[11:22] Donovan Linden: for the culling question, let me bring up the code
[11:22] Donovan Linden: the etag implementation I just described has been happening in the collaborative-editor branch and hasn't merged into release yet
[11:23] Which Linden: So the culling has to do with event eliding right?
[11:23] otakup0pe Neumann: i just want to add that the collaborative editor is pretty hot.
[11:23] Which Linden: If you're looking at /counter and somebody changed it from 1 to 2 to 3 to 4
[11:23] Morgaine Dinova: Yeah, getting rid of old stuff not accessible through etags any longer
[11:23] Which Linden: You only need to know that it's currenltly at 4
[11:23] Donovan Linden:
[11:24] Donovan Linden: the todo in the docstring needs to be changed, that code is using etags
[11:24] Donovan Linden: each path on the server keeps it's current etag, and also every etag that it ever was
[11:25] Donovan Linden: so when an old client comes in with an old event, no matter how old, the client gets the "latest" event for that path
[11:25] Donovan Linden: because we're using put, and we're assuming idempotency (each put replaces the last completely)
[11:25] Donovan Linden: oh, I guess I should mention the difference between resource events and container events
[11:26] Tillie Ariantho: Oh ah, I see Donovan is a non-documenter, I dont see comments in there. .)
[11:26] Donovan Linden: clients can choose to subscribe to a specific thing, such as "first_name"
[11:26] Donovan Linden: well, pantheon has just been a weekend creative project for me, so I tend to stay heads-down until the design is finished
[11:26] Donovan Linden: the page I pasted is horribly messy with commented out print statements
[11:27] Donovan Linden: ok, back to kinds of events
[11:27] Donovan Linden: if a client subscribes to first_name, and someone does a PUT /first_name, the client will get the event
[11:27] Donovan Linden: but there are also container events, because sometimes you don't know the names of all the possible resources you are interested in
[11:28] Donovan Linden: so a client might subscribe to people/*
[11:28] Donovan Linden: and if someone does a PUT to /people/fred or /people/bob, the client will get the event
[11:28] Which Linden: How does the client know it's a container event?
[11:28] Which Linden: Does it need to know?
[11:29] Donovan Linden: which I assume the callback it registers will know
[11:29] Donovan Linden: a callback registered for people/* will not currently be triggered by a PUT /people
[11:29] Which Linden: Oh, right, because it has to explictly register for container/*
[11:29] Donovan Linden: so client can register both callbacks for people/* and people if they want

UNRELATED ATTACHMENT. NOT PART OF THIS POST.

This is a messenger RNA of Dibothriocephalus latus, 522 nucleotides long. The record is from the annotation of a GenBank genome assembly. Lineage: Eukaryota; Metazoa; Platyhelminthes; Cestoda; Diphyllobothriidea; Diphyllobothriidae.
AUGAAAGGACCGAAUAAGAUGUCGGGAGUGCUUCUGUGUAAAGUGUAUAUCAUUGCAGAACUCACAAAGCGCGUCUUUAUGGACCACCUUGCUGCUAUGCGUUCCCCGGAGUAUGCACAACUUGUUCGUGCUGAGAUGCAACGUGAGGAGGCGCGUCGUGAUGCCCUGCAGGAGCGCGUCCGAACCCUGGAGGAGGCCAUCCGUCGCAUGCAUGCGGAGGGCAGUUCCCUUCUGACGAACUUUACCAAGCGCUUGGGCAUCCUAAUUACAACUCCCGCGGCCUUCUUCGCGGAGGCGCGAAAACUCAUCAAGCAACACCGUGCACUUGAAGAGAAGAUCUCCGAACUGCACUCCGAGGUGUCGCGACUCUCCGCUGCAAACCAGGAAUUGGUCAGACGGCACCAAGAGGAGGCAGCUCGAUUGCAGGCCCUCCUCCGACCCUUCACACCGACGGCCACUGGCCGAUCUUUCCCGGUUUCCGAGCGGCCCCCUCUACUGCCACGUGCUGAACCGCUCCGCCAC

[11:29] Morgaine Dinova: What is the semantic of GET /people/* ? Get all current subscribers, or get a container tag that will explode to all subscribers at time of use?
[11:30] Donovan Linden: so pantheon is great because clients get to decide which events they see
[11:30] Donovan Linden: morgaine: GET /people/* would 404
[11:30] Donovan Linden: GET /people/ would get you a json map
[11:30] Morgaine Dinova: kk
[11:30] Donovan Linden: with fred and bob keys
[11:30] Donovan Linden: with whatever body was associated with the appropriate put
[11:31] Donovan Linden: ok, I think I'm about done blabbin
[11:31] Morgaine Dinova: So the map is for time of query, not for time of subsequent PUT
[11:31] Donovan Linden: morgaine: right, it's pure rest, you get a representation from that time
[11:31] Donovan Linden: but then you have the etag, and can use that to request a comet event when that container changes
[11:31] Morgaine Dinova: Donovan: it's not blabbin ... you're wonderfully clear :-)))
[11:32] Donovan Linden: good :) thanks
[11:32] Which Linden: Yeah man, nice exposition
[11:32] Which Linden: So how does the client register for events?
[11:32] Donovan Linden:
[11:32] Which Linden: (i.e. what's the REST api for that)
[11:32] Donovan Linden: the javascript api is observe(path, callback)
[11:33] Donovan Linden: the wire encoding can be negotiated as I mentioned
[11:33] Donovan Linden: the format of the body is a map with an observe key
[11:33] Donovan Linden: wait let me double check
[11:34] Emma Nowhere: Donovan, is that JS designed for people to use on their own pages?
[11:34] Morgaine Dinova: Well I've understood only part of this, but going to give it a long hard think. The concept sounds great.
[11:34] Donovan Linden: a map with client-id and observe keys
[11:34] Saijanai Kuhn: so this is kind of a like a baby form of a Tobject (Saijanai is a bit slow)?